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Acute Intermittent Porphyria and Long-Term Complications

Learn about the potential long-term damage caused by the most common form of acute hepatic porphyria.

Acute Intermittent Porphyria and Long-Term Complications

Acute intermittent porphyria (AIP) is the most common type of acute hepatic porphyria in most regions of the world. Like all forms of porphyria, AIP occurs due to an enzyme deficiency that prevents the body from synthesizing heme, an important component of red blood cells. As with other types of acute hepatic porphyrias, the enzyme deficiency that results in AIP occurs in the liver (hepatic meaning “of or relating to the liver”).

With AIP, the body is deficient in the enzyme porphobilinogen deaminase (PBGD), also called hydroxymethylbilane synthase. PBGD is one of eight enzymes needed to complete the synthesis of heme. When there is not enough PBGD (or any of these eight enzymes) the process bottlenecks, leading to an accumulation of heme precursors. These precursors are called porphyrins. Excess amounts of porphyrins are toxic.

People with AIP will experience episodes or attacks where excessive levels of porphyrins disrupt the normal functioning of the nervous system. During an attack, a person can experience a wide range of symptoms, including severe abdominal pain, gastrointestinal distress, and neurological symptoms, including numbness and tingling in the arms and legs, muscle weakness, and loss of motor function. Attacks are potentially life-threatening and require immediate and proper treatment.

Long-term complications
In addition to the symptoms that occur during an attack, AIP can also result in a number of serious long-term complications that develop over a number of years. These include:

  • Chronic pain. Gastrointestinal pain, back pain, peripheral neuropathy, and muscle weakness are all possible symptoms during an AIP attack. For some patients, these symptoms become chronic, and persist between attacks. This is thought to be a result of nerve damage from repeated AIP attacks over many years.
  • Hypertension. High blood pressure, or hypertension, is common during AIP attacks, and can sometimes become chronic. High blood pressure increases a person’s risk of heart attack, heart failure, stroke, and kidney failure.
  • Chronic kidney disease (CKD). The kidneys are a pair of fist-sized organs that filter waste and excess fluid from the blood and produce urine. Repeated attacks of AIP can cause permanent damage to the kidneys. Some people with AIP undergo kidney transplants.
  • Liver cancers. Research suggests that people with AIP—as well as other forms of hepatic porphyria—may be at an increased risk of liver cancers, such as hepatocellular carcinoma (HCC). Liver transplants have been used as a treatment in severe and difficult cases of AIP.

Preventing long-term complications
The best way to prevent short-term and long-term complications of AIP is to work with a healthcare provider who understands the condition and can address your needs as a patient. Because porphyrias are rare, it can be difficult to find a clinic or healthcare provider that specializes in the treatment of these disorders. The American Porphyria Foundation recommends that patients work with a primary care physician who coordinates with a porphyria specialist while overseeing treatment. Regular appointments with a primary care physician are also important for monitoring blood pressure, kidney function, and the health of your liver.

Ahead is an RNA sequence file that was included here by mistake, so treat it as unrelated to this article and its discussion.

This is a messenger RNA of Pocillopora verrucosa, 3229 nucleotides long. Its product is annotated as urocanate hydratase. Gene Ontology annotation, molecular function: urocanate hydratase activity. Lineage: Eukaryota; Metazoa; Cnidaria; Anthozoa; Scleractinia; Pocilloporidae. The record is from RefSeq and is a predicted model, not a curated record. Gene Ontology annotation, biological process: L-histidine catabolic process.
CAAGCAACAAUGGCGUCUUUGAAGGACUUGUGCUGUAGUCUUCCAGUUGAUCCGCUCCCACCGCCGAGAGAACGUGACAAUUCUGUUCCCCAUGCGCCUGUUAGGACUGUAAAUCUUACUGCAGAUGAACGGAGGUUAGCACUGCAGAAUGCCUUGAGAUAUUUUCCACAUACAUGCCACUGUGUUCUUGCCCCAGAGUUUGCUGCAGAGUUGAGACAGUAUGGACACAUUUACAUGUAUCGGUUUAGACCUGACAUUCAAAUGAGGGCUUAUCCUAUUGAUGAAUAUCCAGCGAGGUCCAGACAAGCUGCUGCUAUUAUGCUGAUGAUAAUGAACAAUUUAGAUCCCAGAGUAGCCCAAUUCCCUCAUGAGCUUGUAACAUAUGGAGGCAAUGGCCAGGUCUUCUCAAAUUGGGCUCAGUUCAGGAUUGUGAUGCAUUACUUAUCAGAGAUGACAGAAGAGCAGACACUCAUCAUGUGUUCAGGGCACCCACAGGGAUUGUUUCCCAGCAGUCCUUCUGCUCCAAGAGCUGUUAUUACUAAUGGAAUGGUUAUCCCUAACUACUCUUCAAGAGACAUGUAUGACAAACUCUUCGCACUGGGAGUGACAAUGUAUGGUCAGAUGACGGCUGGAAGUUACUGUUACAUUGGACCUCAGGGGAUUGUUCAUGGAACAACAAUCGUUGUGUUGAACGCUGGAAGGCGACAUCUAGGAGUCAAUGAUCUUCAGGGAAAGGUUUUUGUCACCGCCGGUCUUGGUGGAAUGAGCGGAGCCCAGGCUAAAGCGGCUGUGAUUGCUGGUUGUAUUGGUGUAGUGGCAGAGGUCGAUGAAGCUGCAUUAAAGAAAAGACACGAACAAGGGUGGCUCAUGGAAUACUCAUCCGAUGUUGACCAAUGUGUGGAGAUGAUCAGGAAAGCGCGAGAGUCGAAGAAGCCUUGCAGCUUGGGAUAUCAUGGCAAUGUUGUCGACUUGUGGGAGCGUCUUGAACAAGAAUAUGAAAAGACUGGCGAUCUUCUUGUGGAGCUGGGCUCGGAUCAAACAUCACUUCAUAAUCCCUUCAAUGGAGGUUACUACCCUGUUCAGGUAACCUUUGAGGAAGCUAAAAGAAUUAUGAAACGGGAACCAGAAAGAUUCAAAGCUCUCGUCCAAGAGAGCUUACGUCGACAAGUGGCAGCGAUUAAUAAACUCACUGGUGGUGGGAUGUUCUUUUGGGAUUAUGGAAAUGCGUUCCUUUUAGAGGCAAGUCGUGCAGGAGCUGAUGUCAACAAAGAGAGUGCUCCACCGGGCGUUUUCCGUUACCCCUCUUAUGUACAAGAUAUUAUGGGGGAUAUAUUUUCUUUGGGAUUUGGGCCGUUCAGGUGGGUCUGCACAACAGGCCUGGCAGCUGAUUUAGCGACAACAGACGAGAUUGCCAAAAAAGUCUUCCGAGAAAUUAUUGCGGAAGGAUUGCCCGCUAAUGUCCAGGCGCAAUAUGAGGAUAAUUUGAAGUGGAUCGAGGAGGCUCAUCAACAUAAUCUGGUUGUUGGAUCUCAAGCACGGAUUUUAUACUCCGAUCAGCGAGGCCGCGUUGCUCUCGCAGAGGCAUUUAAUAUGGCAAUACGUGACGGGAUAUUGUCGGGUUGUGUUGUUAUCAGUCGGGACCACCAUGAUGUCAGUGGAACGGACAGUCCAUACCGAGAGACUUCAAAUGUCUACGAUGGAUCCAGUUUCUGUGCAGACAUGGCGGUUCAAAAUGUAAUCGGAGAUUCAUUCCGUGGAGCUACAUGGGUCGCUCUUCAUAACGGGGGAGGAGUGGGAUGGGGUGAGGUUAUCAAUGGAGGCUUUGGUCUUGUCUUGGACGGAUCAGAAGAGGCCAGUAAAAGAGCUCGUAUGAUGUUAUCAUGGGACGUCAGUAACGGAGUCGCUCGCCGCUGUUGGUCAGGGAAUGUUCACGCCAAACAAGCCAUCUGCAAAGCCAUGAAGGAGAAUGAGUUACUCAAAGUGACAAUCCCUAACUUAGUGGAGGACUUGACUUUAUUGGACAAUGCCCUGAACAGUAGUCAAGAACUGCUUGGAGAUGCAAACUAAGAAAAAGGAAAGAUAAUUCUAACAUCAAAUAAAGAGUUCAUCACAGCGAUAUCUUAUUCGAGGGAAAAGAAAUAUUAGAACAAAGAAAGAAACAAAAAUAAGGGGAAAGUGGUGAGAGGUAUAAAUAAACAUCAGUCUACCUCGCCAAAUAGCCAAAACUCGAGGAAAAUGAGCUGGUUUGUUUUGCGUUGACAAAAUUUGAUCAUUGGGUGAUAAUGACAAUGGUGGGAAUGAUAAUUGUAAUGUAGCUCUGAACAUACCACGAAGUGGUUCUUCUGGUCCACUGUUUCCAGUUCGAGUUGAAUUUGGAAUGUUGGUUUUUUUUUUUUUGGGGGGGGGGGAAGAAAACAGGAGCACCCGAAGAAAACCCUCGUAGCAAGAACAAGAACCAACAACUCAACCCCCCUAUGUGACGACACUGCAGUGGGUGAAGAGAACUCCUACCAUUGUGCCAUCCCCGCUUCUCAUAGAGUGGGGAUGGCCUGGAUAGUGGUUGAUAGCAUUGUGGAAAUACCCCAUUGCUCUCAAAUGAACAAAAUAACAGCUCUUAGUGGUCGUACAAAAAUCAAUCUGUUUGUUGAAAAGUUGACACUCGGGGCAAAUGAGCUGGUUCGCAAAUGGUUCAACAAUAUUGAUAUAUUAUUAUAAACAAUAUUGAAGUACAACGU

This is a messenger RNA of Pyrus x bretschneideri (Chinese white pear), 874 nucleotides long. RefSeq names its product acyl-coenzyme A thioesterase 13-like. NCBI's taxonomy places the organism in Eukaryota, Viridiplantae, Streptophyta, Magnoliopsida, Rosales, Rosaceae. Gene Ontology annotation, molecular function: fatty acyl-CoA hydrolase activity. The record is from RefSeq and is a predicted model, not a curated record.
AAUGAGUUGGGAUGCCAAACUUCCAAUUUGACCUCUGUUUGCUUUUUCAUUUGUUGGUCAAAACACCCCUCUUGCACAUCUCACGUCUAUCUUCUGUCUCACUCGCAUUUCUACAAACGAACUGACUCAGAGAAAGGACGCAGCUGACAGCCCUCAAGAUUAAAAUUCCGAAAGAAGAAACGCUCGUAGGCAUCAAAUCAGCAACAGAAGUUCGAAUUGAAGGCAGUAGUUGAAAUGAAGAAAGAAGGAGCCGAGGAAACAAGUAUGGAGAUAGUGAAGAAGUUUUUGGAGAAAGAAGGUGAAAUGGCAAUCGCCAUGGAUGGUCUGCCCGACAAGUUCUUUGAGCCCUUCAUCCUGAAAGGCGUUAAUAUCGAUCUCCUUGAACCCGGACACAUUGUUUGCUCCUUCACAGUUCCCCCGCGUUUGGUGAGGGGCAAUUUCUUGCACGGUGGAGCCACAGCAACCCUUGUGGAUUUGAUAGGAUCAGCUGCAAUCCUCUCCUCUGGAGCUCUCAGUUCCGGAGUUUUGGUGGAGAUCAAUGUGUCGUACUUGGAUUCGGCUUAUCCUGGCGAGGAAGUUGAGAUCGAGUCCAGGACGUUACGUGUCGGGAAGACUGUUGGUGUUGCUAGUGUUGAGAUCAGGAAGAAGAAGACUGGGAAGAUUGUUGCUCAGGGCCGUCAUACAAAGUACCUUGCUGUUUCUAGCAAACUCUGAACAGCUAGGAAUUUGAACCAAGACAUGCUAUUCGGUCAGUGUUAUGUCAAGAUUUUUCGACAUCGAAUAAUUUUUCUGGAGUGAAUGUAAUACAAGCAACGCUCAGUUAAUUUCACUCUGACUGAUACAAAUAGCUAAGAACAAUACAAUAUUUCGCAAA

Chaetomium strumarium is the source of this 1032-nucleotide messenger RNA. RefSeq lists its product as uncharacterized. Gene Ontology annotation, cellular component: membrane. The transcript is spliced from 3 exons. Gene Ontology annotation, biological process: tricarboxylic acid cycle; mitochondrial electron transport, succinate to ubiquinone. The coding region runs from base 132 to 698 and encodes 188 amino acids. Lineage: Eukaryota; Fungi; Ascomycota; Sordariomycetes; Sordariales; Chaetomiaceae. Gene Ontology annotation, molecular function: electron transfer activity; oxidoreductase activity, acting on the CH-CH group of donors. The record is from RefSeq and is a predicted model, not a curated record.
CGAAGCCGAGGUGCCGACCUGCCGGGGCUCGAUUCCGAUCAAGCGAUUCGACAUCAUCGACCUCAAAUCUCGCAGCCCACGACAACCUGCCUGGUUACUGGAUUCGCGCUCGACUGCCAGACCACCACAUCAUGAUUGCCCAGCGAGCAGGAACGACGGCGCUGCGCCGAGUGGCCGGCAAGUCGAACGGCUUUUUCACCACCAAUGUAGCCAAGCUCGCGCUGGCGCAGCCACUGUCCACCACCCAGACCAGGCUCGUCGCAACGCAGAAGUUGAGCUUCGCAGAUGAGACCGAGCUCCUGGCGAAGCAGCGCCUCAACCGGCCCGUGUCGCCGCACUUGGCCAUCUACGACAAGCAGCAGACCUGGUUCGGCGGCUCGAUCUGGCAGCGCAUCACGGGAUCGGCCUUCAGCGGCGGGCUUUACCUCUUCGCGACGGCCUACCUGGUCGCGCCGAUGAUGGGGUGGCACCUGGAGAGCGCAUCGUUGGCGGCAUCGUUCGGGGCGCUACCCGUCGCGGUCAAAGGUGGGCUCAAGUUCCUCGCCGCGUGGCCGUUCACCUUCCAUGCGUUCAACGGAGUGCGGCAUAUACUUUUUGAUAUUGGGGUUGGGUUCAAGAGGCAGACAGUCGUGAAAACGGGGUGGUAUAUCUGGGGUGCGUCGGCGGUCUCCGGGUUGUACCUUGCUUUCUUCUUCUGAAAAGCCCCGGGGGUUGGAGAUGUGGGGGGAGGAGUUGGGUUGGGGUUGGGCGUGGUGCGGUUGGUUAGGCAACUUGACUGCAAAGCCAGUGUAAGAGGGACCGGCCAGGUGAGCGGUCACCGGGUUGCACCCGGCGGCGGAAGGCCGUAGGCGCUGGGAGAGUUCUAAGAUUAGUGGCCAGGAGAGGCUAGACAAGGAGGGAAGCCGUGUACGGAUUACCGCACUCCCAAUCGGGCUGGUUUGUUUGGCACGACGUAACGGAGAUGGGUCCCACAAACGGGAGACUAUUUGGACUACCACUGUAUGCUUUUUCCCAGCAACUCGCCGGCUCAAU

Treatment for AIP involves avoiding triggers and being prepared for an attack when one occurs. Treatment for an attack will depend on how severe the attack is, but commonly includes high doses of glucose and may include infusions of a therapy called hemin. There is also a preventive medication for acute hepatic porphyrias that was approved by the FDA in 2019.

Medically reviewed in February 2020.

Sources:
National Organization for Rare Diseases. "Acute Intermittent Porphyria."
Jiten P. Kothadia, Kilian LaFreniere and Jamil M. Shah. "Acute Hepatic Porphyria." StatPearls, Dec. 2019.
Merck Manual Consumer Version. "Overview of Porphyrias."
NCI Dictionary of Cancer Terms. "Heme."
D. Montgomery Bissell and Bruce Wang. "Acute Hepatic Porphyria." Journal of Clinical and Translational Hepatology, 2015. Vol. 3, No. 1.
Penelope E. Stein, Michael N. Badminton and David C. Rees. "Update review of the acute porphyrias." British Journal of Haematology, 2017. Vol. 176, No. 1.
American Porphyria Foundation. "Acute Intermittent Porphyria (AIP)."
Elena Pischik and Raili Kauppinen. "An update of clinical management of acute intermittent porphyria." The Application of Clinical Genetics, 2015. Vol. 8.
Nicolas Pallet, Iadh Mami et al. "High prevalence of and potential mechanisms for chronic kidney disease in patients with acute intermittent porphyria." Kidney International, 2015. Vol. 88, No. 2.
MedlinePlus. "High Blood Pressure."
National Institute of Diabetes and Digestive and Kidney Diseases. "Your Kidneys & How They Work."
Nicolas Pallet, Alexandre Karras et al. "Porphyria and kidney diseases." Clinical Kidney Journal, 2018. Vol. 11, No. 2.
UpToDate. "Acute intermittent porphyria: Management."
U.S. Food and Drug Administration. "FDA approves givosiran for acute hepatic porphyria." Nov. 20, 2019.

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